I am tired. End-of-school-year, deadlines-approaching-fast tired. Not-sure-what-to-write-about-today tired.
I stopped writing after that last sentence to change into my pajamas. Before 7pm.
It's not that I don't have tons of thoughts running through my head. Most of them involve the task at hand--library inventory--and the time at hand--the last days of school.
I want to focus on these last days with students and teachers, make connections to end the year on a high note and make them happy to return to the library in August.
But I'm focused instead on cataloging and inventory and chasing down books and listening to excuses for lost items and tying up financial loose ends and making plans for next year and figuring out summer professional development and worrying about the annual report and attending meetings and...and...and feeling out of the loop once again.
Tomorrow morning, after managing broadcast, I'm going to help line up third and fourth graders in alphabetical order by their last names to prepare them for their awards ceremony. For a few minutes, I will talk with them, laugh with them, tell them to bring their voices down to a dull roar. Enjoy their presence in the library.
I'll try not to let the "ands" get the better of me for the next two days.
Tuesday, May 24, 2016
Nine days ago, my firstborn graduated from college.
Last year, she studied abroad in Japan, taking classes and interning for her media degree.
Three years ago, she took her first trip to Japan, and fell in love with the country and the language.
Four years ago, she was anxiously deciding on which of the eight colleges that accepted her application she should attend.
Eight years ago, she began her high school marching band career, playing percussion in the pit.
Nine years ago, she made district level honors playing marimba.
Eleven years ago, she fought to become a percussionist.
Fifteen years ago, she was the smallest player on her coach-pitch T-ball team, and whacking 'em past the baselines.
Sixteen years ago, she started kindergarten in bobby socks and a dutch bob haircut, already reading.
Twenty years ago, she was enrolled in our region's infant-parent program, working to remediate a speech delay.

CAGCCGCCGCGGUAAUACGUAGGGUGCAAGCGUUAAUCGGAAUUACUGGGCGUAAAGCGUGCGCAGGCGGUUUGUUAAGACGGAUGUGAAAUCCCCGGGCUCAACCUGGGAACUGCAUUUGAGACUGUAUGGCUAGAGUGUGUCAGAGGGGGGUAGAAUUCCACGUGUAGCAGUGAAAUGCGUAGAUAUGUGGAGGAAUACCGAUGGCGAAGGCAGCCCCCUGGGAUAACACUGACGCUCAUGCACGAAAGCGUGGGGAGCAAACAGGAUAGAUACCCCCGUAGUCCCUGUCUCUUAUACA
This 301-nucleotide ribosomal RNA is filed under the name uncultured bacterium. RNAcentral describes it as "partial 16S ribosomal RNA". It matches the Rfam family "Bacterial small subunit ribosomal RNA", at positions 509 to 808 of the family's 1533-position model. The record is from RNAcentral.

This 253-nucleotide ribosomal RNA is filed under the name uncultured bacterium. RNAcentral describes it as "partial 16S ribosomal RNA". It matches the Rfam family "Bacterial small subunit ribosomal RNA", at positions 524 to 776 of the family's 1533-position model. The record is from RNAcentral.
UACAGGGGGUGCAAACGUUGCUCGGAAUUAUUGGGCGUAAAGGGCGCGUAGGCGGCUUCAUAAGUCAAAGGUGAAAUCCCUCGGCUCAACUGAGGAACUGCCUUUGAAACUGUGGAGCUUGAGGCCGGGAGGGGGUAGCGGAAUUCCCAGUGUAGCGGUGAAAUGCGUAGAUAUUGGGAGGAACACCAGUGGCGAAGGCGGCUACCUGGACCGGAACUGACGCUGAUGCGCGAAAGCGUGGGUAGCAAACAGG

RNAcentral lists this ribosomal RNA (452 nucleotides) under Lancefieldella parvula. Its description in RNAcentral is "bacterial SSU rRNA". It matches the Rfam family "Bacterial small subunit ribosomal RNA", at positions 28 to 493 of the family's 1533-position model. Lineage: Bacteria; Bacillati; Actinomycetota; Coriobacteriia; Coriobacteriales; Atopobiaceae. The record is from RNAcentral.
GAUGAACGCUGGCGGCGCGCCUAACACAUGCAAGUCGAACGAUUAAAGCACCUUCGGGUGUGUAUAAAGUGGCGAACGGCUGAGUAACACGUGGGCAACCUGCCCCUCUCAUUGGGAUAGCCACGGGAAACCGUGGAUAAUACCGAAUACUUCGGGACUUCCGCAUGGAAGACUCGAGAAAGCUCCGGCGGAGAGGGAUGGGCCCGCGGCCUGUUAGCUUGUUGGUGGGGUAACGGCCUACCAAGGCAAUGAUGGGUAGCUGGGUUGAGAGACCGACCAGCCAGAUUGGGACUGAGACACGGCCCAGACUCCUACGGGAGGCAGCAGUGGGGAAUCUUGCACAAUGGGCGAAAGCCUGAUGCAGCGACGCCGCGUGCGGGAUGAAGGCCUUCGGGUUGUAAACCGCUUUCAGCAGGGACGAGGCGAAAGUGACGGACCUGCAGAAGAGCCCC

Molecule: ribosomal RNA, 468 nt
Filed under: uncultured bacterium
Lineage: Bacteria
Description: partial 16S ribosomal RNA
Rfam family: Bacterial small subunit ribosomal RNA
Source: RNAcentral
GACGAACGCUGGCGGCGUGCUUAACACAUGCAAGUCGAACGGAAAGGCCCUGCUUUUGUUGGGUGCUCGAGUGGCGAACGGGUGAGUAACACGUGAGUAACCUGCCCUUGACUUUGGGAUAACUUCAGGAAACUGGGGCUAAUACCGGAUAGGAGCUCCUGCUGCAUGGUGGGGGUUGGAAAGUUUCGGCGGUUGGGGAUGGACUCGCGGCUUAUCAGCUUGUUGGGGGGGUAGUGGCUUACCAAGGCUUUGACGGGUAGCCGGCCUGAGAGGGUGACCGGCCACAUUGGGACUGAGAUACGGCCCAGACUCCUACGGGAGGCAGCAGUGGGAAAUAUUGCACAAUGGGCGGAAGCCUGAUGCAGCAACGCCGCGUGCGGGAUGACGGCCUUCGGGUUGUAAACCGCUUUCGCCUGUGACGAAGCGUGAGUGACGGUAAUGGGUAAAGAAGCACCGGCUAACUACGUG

Twenty-one years ago, she attended her first NICU reunion.
Twenty-two years ago, she had just gotten off her apnea monitor and meds to keep her breathing while she slept.
Almost twenty-three years ago, she arrived a full trimester early, weighing less than a kilogram. Her head was the size of a tennis ball, her eyes were fused shut, she had no fingernails or toenails. We were told she had a fifty-percent chance of surviving the first twenty-four hours.
Well played, college graduate. We couldn't be prouder of our miracle girl.
Tuesday, May 10, 2016
My youngest turned eighteen yesterday.
I almost forgot our tradition, remembering just before I tucked in for the night. I called him into my bedroom, and told him the story of his birth. How it started the night before, with epigastric pains that I thought were due to the pepperoni pizza his sister and I had delivered to his night-shift-working father for dinner. The pains were still there in the wee hours of the morning, and led to contractions which led to the hospital phone call answered by the same delivery nurse who took care of me almost five years before. His father didn't believe I was in true labor yet, so we dressed the half-asleep four-and-a-half year old and took her to the hospital with us, but left the bags behind.
The doctors didn't believe I would have the baby that day, either. They gave me an IV, treated the stomach pain, and had me walk the floor for a bit. Two hours later, they decided that yes, I'd be having a baby soon. My husband went home to collect the bags and call my father, and I settled in for a day of labor.
The details became very medical after that point. My epigastric pain turned out to be my overreacting liver due to HELLP syndrome. There was a flurry of activity as the doctor and nurses prepared to speed up the delivery of my child and keep me alive in the process.
Which they obviously did, and did well. There I was, in my own bed last night, recounting the details to my now-eighteen-year-old son.
It will be a week bookended by birth stories. My firstborn graduates from college this coming Sunday. A great accomplishment, but not uncommon, until you consider that she weighed less than a kilogram at birth. I'll be thinking of that as she gets her degree, and as we address a graduation announcement to her neonatal unit. One more preemie that made it, thriving because of their care.
This week following Mother's Day, I am grateful for doctors and nurses who do their work, and do it well. Very, very grateful, indeed.
Tuesday, May 3, 2016
I gave myself a gift for my fiftieth birthday in March--Forever Fifty and other negotiations, a book of poetry by Judith Viorst. I started reading it in April in honor of National Poetry Month. It's a slim volume, only 61 pages long. My original intention was to sit and read it in one sitting. I've found that I can't do that.
The poems appear frivolous at first, witty lines about the woes and wisdom of a woman in her fifties. There's a subplot lurking beneath the wit--serious commentary on this odd stage in life when we're no longer young but don't have one foot in the grave, either.
So I savor each poem one at a time, usually before bed. I've stopped at the third from the last entry, stuck on one line, wanting to sort it out for myself, this feeling I've had since my thirties now found so eloquently stated on page 57:
"And when did we decide "mature" meant settling for a spoonful
when what we all still crave is the whole plateful?"
|The night of my fiftieth birthday.|